Necessary Illusions

by Noam Chomsky


8/10


This is a vitally important book for anyone concerned with Truth and/or Knowledge. It should provoke any mixture of the following emotions: outrage, shock, depression, shame, resignation, and hope. I’m embarrassed to say that this is the first book by Chomsky that I’ve ever read, despite being aware of his ideas from both articles and documentaries. Overall, this book met or somewhat exceeded my expectations, making up in content for what it lacked in accessibility.


This is a particularly interesting book to read soon after What Liberal Media?, which I can now recognize as quite a superficial look at media bias. Not only does Alterman inexcusably omit any reference to Chomsky’s work on the subject (a fact which perhaps helps corroborate Chomsky’s “propaganda model” that he explains here and in Manufacturing Consent), but he confines his book to the very narrow Liberal-Conservative paradigm, whereas Chomsky pointedly recognizes that entire paradigm as a false dichotomy manipulated and maintained both overtly and covertly by both corporate and government interests.


The layout of the book is counterintuitive. It consists of five chapters that each has its own appendix. Strangely, however, the appendices are almost twice as long as the chapters they’re meant to support, and they’re usually more interesting and engaging. I understand that the chapters were based on lectures, which helps explain why they contain only general information (as opposed to the specific examples of the appendices). Still, as editor I would have suggested that Chomsky arrange each appendix after its chapter, perhaps in five sections with the original “chapter” serving as introduction. The confusion is compounded by the fact that he seems to discuss the same episodes of media malfeasance across different chapters and appendices, without an immediately discernible organization. This confusing presentation combined with both the repetition of facts and superfluity of examples caused me to subtract a star.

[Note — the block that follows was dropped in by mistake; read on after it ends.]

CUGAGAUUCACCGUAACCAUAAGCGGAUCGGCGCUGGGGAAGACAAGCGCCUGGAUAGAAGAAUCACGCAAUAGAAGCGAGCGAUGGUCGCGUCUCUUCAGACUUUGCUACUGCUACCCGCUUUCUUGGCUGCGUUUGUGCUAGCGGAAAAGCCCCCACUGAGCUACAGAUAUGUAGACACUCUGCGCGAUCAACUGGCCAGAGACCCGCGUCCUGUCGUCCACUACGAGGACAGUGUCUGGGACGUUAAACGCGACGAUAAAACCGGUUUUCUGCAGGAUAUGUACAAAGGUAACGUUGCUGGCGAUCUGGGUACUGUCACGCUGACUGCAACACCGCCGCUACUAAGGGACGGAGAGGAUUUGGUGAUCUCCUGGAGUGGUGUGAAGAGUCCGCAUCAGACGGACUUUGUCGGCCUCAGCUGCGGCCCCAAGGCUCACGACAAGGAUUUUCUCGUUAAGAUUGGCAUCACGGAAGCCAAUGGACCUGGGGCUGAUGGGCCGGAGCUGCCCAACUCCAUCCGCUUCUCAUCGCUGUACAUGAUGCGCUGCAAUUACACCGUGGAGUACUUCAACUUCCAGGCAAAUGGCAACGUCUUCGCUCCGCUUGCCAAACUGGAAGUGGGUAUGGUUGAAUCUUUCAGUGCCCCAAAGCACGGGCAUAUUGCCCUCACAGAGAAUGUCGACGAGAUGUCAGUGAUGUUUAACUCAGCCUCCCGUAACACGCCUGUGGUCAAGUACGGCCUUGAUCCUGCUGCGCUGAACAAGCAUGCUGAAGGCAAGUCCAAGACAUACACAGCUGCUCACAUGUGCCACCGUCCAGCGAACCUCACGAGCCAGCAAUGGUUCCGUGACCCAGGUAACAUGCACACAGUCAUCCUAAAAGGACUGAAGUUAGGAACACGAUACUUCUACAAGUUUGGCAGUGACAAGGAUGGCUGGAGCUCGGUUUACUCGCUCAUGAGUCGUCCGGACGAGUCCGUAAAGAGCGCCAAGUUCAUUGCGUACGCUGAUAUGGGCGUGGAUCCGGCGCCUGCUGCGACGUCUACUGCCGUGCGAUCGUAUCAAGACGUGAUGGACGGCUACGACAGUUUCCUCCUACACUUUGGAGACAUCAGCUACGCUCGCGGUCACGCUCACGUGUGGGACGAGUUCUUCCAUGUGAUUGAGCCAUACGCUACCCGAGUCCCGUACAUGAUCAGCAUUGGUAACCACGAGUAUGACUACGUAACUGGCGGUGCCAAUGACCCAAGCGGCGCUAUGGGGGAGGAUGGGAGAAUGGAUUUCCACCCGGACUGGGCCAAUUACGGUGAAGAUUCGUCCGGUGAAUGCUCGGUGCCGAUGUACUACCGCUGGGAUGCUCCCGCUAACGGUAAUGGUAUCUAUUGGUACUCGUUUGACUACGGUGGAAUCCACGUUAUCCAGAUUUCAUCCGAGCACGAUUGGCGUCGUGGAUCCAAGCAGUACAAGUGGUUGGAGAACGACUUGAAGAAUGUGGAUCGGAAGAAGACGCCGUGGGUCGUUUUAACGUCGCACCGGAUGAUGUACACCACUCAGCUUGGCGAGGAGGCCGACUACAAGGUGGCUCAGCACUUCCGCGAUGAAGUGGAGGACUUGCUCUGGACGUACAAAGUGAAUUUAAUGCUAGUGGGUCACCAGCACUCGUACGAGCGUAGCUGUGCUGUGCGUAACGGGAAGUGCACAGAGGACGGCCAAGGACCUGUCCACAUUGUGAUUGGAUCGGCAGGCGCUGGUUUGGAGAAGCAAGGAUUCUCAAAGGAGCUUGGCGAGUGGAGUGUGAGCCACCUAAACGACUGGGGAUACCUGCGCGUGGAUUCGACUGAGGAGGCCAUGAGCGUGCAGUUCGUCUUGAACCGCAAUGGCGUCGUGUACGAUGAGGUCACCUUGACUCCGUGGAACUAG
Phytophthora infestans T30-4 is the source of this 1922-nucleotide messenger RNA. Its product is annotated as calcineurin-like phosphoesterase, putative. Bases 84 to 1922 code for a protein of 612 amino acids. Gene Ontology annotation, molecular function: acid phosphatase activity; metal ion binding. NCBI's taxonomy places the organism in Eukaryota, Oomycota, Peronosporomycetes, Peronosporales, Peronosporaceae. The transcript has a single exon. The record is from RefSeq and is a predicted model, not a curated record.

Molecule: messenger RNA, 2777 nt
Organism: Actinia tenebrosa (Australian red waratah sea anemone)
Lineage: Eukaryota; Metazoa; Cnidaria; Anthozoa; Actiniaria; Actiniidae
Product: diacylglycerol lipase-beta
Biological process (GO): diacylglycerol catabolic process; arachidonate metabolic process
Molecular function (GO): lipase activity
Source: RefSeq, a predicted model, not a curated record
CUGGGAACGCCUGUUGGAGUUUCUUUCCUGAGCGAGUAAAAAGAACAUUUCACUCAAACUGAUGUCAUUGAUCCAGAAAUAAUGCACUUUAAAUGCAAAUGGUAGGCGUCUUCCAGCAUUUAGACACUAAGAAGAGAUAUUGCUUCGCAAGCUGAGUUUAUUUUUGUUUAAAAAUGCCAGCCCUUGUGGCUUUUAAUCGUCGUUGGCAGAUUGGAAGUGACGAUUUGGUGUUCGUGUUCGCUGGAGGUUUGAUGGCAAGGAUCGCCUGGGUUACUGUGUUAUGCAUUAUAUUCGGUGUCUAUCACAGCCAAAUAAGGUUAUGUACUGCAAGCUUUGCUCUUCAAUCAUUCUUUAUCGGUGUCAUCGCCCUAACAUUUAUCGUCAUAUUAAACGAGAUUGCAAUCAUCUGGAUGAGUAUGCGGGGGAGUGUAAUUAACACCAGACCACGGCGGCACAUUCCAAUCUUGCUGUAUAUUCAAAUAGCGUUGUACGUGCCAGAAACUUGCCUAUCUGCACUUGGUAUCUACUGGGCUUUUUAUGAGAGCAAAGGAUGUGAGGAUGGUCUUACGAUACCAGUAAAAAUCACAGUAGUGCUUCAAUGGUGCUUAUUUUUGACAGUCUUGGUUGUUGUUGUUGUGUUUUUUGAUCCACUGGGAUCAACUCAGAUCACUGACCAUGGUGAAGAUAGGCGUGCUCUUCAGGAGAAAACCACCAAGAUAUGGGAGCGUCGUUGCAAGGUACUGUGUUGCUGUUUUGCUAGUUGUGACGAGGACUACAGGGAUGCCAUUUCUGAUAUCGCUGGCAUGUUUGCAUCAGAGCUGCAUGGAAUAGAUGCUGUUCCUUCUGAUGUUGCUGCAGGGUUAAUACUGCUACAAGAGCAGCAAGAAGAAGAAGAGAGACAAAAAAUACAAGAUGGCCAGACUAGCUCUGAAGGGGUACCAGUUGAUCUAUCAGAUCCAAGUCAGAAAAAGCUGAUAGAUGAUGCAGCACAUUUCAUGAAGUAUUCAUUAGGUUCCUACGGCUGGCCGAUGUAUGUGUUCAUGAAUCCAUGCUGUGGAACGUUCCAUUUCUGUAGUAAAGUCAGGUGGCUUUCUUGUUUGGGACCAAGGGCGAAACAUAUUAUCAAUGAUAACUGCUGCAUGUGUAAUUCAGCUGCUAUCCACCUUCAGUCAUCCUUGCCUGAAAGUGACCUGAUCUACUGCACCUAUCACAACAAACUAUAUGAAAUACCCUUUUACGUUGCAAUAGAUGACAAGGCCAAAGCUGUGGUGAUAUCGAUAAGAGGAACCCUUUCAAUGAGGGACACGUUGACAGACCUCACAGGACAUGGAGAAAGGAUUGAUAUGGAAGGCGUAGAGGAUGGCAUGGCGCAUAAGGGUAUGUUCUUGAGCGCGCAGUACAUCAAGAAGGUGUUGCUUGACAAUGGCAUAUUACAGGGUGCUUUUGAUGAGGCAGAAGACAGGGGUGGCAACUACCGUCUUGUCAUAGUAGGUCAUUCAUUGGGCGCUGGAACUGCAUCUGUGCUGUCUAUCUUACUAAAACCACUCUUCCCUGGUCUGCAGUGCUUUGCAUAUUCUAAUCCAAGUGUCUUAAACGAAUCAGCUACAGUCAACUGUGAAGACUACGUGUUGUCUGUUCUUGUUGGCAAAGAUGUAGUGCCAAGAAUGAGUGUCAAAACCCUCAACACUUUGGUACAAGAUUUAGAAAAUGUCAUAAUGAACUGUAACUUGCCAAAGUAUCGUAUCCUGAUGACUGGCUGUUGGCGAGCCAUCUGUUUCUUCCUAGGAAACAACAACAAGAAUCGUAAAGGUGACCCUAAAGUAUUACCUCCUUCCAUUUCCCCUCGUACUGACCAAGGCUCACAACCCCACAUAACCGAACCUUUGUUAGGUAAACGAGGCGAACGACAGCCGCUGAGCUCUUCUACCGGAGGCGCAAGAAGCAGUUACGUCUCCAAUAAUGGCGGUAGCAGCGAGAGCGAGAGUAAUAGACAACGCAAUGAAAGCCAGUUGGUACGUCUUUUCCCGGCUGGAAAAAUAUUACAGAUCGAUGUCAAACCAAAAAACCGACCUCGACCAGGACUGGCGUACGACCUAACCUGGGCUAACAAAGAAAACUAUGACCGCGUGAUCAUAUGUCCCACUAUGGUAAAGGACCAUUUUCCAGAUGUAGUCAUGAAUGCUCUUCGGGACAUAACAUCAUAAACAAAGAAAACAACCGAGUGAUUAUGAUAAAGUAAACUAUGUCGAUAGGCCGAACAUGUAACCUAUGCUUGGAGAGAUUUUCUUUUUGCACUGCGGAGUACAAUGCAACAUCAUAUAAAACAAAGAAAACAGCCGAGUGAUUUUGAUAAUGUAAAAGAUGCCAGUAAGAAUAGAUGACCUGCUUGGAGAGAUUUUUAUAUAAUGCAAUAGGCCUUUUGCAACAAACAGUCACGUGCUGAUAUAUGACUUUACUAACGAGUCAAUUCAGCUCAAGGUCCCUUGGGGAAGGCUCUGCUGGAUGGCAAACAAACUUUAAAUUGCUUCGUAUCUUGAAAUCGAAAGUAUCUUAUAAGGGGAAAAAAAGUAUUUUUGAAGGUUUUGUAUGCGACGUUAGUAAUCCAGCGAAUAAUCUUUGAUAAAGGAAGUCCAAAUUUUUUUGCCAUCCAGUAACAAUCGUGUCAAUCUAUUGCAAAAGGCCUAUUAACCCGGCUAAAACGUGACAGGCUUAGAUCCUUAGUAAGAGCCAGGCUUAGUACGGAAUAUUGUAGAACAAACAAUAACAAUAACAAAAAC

Ultimately, though, the information here is invaluable, and the task Chomsky undertook while proposing, supporting, and cataloguing evidence for his Propaganda Model is simply extraordinary. I haven’t come across any other author that has so systematically and reliably challenged the status quo, not only discarding the myth of the “liberal media” but looking even deeper under the curtain to uncover some truly disquieting flaws in the very fabric of U.S. “free speech,” a phenomenon of which we are (according to Chomsky) unjustly proud.


In an attempt to verify his model, Chomsky looks primarily at news coverage of the Cold War and its proxies from the 50s to the late 80s, with an emphasis on the 80s and, to a lesser extent, the 70s. He painstakingly analyzes the way that the U.S. media covered conflicts in Central America (Nicaragua, El Salvador and Guatemala) and the Middle East (Israel, Lebanon and Palestine), with much less space dedicated to Southeast Asia (Cambodia, Laos, Vietnam and Indonesia).


In every case, he uncovers the double standard that U.S. media (particularly The New York Times, which he takes as the primary news source in the U.S.) employs when discussing the Nicaraguan versus the Salvadorean/Guatemalan insurgencies, or Israeli versus Palestinian aggression. In the latter case, he also goes to lengths to document the blatant racism that is regularly employed to describe the conflict between Jews and Arabs.


I’m not sure how critics can really refute any of what Chomsky says, unless it’s to point to a selective citation of sources. I’m not accusing him of that myself since I have neither the time nor inclination to search through 80s newspapers to find mentions of “death squad” as opposed to “guerrilla” atrocities in El Salvador, for example. But as someone who tries to maintain critical perspective even when overwhelmed by a particular work (in addition to being unfamiliar with Chomsky as a whole), I grant that it’s within the realm of possibilities, even though Chomsky’s obviously tedious research comes across as exceedingly credible.


Making it even harder to refute him, Chomsky often uses the establishment’s own words to point out their hypocrisy and absurd misanthropy. When discussing the (ironic) problem of Costa Rica’s “lackadaisical. . . attitude. . . toward suppression (of communists)” (U.S. State Dept.), Chomsky cites the U.S. ambassador, who appears to lament that the C.R. government is “handicapped in arresting communists because of the protection afforded the individual in the Costa Rican Constitution.” This is something that might otherwise surprise the citizens of a country that proudly flaunts its constitutionally-protected freedom of expression. The ambassador goes on to say that “it should not be too difficult to suppress communist publications” as long as the public is “conditioned” to “the use of force by authorities.” Needless to say, none of these comments ever reached the U.S. public.